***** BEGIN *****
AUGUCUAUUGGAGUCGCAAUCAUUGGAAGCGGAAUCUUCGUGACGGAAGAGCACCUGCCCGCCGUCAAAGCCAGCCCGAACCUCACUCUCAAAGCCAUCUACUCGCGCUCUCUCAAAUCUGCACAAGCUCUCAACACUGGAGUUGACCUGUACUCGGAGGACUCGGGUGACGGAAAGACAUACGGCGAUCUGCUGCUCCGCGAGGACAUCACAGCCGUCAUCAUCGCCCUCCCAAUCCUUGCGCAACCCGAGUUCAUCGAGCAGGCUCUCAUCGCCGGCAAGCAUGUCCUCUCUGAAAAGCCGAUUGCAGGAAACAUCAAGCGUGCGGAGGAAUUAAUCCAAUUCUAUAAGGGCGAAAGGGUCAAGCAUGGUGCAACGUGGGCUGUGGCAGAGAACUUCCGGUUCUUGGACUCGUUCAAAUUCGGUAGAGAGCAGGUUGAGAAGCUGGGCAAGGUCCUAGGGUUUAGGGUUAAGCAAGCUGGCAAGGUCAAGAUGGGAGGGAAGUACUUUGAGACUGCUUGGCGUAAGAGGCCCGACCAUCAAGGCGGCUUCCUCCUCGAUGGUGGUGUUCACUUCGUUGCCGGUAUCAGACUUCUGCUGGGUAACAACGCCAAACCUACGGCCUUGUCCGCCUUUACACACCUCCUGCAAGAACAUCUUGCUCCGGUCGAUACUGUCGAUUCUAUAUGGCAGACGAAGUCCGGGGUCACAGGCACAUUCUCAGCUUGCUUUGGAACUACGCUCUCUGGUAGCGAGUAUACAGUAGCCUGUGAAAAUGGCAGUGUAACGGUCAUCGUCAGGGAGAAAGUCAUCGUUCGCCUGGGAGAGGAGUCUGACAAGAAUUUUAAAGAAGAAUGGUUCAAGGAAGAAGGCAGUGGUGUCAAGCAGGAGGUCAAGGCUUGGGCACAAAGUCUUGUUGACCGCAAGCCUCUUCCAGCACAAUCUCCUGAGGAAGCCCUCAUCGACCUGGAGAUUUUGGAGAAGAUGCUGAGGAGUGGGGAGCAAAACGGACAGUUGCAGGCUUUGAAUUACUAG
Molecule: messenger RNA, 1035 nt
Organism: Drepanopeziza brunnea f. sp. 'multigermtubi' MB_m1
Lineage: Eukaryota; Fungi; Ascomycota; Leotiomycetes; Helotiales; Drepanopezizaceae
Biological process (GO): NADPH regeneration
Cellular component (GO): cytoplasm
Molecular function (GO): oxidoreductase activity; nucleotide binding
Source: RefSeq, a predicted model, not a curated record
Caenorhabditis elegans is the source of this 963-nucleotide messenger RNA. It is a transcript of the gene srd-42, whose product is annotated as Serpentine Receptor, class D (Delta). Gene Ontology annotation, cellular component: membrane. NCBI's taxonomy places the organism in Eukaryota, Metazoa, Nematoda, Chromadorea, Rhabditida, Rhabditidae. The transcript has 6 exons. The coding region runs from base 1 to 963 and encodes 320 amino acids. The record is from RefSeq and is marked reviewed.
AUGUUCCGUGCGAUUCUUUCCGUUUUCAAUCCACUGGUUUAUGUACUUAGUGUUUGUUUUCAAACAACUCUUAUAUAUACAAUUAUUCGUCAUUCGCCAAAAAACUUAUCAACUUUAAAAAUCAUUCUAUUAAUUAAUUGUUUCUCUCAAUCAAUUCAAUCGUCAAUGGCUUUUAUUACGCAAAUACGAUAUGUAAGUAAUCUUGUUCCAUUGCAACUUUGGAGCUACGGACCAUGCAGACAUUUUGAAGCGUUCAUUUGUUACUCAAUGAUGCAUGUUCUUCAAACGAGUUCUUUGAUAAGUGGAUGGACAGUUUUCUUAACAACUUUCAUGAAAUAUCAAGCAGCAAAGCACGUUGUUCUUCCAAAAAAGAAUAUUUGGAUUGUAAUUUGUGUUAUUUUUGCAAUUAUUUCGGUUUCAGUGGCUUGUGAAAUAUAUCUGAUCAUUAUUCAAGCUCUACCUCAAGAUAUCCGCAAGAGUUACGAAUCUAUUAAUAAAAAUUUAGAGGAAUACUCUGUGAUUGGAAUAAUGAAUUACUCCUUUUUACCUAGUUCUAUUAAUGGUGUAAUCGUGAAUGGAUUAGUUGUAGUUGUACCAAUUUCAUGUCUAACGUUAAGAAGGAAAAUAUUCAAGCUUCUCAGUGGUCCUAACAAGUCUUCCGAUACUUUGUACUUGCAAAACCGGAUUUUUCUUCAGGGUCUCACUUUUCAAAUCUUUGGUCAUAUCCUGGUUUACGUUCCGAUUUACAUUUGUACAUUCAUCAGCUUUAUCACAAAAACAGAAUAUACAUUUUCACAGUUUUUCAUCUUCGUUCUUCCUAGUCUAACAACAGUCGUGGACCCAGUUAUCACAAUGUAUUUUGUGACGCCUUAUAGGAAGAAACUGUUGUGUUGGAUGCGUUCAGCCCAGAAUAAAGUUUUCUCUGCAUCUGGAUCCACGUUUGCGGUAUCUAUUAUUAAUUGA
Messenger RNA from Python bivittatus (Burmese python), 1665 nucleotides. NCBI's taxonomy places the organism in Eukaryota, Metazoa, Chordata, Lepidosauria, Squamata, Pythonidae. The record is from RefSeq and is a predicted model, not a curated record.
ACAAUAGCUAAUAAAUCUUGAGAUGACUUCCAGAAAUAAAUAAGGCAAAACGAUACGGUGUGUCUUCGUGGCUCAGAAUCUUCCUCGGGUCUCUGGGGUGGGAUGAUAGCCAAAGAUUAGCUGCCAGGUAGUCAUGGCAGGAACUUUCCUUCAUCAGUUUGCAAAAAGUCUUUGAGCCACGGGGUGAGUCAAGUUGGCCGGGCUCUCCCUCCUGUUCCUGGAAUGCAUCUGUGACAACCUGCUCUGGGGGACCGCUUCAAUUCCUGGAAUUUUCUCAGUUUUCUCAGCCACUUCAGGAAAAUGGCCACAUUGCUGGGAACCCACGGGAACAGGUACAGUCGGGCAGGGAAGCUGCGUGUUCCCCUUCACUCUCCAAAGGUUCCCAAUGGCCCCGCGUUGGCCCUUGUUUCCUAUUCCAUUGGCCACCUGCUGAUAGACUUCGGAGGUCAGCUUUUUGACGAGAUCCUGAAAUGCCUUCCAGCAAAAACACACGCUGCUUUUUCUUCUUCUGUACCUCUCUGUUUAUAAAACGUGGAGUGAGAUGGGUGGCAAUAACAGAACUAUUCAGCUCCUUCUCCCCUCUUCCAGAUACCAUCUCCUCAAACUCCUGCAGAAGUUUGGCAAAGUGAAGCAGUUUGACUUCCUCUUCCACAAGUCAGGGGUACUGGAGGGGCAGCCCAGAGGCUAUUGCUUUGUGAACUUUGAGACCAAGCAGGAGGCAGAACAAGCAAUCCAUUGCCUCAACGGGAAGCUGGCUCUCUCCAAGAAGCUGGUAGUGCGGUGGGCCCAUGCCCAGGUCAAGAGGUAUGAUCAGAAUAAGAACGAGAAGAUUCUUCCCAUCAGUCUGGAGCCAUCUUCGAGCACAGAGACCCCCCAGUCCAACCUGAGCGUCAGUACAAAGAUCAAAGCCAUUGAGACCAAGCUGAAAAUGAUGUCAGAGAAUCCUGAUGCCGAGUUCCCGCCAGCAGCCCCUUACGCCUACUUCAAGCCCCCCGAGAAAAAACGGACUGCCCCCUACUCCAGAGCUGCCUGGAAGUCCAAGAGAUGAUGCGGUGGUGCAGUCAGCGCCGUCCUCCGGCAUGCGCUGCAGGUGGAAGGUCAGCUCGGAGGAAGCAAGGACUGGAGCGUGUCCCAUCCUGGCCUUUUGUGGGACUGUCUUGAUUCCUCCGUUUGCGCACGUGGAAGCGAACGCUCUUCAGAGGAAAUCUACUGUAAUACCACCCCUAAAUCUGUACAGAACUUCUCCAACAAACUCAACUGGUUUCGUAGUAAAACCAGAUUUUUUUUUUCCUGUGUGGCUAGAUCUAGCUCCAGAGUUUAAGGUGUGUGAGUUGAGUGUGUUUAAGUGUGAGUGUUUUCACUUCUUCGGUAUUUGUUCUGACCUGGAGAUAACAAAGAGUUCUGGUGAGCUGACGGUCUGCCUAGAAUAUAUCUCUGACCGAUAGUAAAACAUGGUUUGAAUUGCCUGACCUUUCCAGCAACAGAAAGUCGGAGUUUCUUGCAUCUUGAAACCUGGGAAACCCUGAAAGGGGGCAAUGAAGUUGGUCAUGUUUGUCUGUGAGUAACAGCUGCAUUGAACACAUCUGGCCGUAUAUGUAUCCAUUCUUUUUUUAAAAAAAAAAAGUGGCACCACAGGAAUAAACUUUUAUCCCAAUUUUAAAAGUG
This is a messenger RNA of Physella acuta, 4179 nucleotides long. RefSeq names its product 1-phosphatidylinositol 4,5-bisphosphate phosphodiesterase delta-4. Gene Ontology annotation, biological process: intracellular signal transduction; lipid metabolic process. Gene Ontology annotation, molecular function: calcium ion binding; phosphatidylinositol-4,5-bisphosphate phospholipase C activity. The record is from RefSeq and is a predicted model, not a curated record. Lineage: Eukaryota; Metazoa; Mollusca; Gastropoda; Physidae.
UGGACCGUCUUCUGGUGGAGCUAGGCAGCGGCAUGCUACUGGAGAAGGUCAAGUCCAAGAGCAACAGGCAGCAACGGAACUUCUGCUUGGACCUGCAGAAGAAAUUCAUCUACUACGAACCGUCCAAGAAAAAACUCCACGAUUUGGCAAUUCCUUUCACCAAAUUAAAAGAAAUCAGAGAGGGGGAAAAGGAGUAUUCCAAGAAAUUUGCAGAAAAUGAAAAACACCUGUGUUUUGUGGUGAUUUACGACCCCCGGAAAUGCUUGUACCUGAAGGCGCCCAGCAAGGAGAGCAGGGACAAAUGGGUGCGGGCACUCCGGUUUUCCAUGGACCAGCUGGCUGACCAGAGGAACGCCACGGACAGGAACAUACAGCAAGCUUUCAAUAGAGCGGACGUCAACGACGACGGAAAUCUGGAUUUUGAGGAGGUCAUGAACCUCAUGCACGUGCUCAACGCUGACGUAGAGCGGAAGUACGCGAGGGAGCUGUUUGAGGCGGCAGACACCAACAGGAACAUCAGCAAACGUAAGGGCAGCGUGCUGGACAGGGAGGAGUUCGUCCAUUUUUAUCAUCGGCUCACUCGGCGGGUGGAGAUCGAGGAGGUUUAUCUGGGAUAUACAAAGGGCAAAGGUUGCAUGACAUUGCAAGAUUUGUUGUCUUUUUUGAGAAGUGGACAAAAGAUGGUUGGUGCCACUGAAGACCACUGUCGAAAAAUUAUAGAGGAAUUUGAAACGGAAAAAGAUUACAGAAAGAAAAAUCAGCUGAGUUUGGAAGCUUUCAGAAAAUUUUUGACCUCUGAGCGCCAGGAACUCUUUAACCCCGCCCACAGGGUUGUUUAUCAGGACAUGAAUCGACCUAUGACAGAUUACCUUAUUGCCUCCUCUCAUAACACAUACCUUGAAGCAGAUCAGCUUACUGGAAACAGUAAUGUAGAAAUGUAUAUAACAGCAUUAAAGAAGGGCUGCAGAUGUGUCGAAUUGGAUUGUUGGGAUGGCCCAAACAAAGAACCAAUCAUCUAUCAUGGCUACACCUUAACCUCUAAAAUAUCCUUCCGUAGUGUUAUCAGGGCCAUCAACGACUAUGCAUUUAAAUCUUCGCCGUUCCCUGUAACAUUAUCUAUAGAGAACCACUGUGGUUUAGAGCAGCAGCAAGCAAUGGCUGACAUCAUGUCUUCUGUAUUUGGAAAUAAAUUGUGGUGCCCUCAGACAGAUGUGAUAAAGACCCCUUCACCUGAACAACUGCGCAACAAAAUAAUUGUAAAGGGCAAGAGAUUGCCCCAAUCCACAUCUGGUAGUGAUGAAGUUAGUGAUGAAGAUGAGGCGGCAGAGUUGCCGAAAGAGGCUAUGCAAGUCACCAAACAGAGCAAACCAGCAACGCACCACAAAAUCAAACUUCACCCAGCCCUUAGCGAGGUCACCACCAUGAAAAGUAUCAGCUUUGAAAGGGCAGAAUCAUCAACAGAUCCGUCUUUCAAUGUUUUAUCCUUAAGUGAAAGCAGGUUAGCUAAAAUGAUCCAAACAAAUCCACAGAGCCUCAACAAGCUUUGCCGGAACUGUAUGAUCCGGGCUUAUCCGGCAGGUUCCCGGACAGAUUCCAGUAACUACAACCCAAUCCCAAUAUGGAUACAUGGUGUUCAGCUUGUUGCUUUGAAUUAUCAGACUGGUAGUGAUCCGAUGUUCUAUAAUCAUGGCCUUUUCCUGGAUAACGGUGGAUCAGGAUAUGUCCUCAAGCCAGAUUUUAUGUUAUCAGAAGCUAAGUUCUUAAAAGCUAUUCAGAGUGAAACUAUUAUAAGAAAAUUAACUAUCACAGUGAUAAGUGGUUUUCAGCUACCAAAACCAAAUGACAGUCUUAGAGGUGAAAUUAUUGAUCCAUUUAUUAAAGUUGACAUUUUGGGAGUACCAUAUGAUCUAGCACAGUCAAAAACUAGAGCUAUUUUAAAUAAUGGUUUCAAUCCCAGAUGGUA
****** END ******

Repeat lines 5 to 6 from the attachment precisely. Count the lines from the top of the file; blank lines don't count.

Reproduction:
Biological process (GO): NADPH regeneration
Cellular component (GO): cytoplasm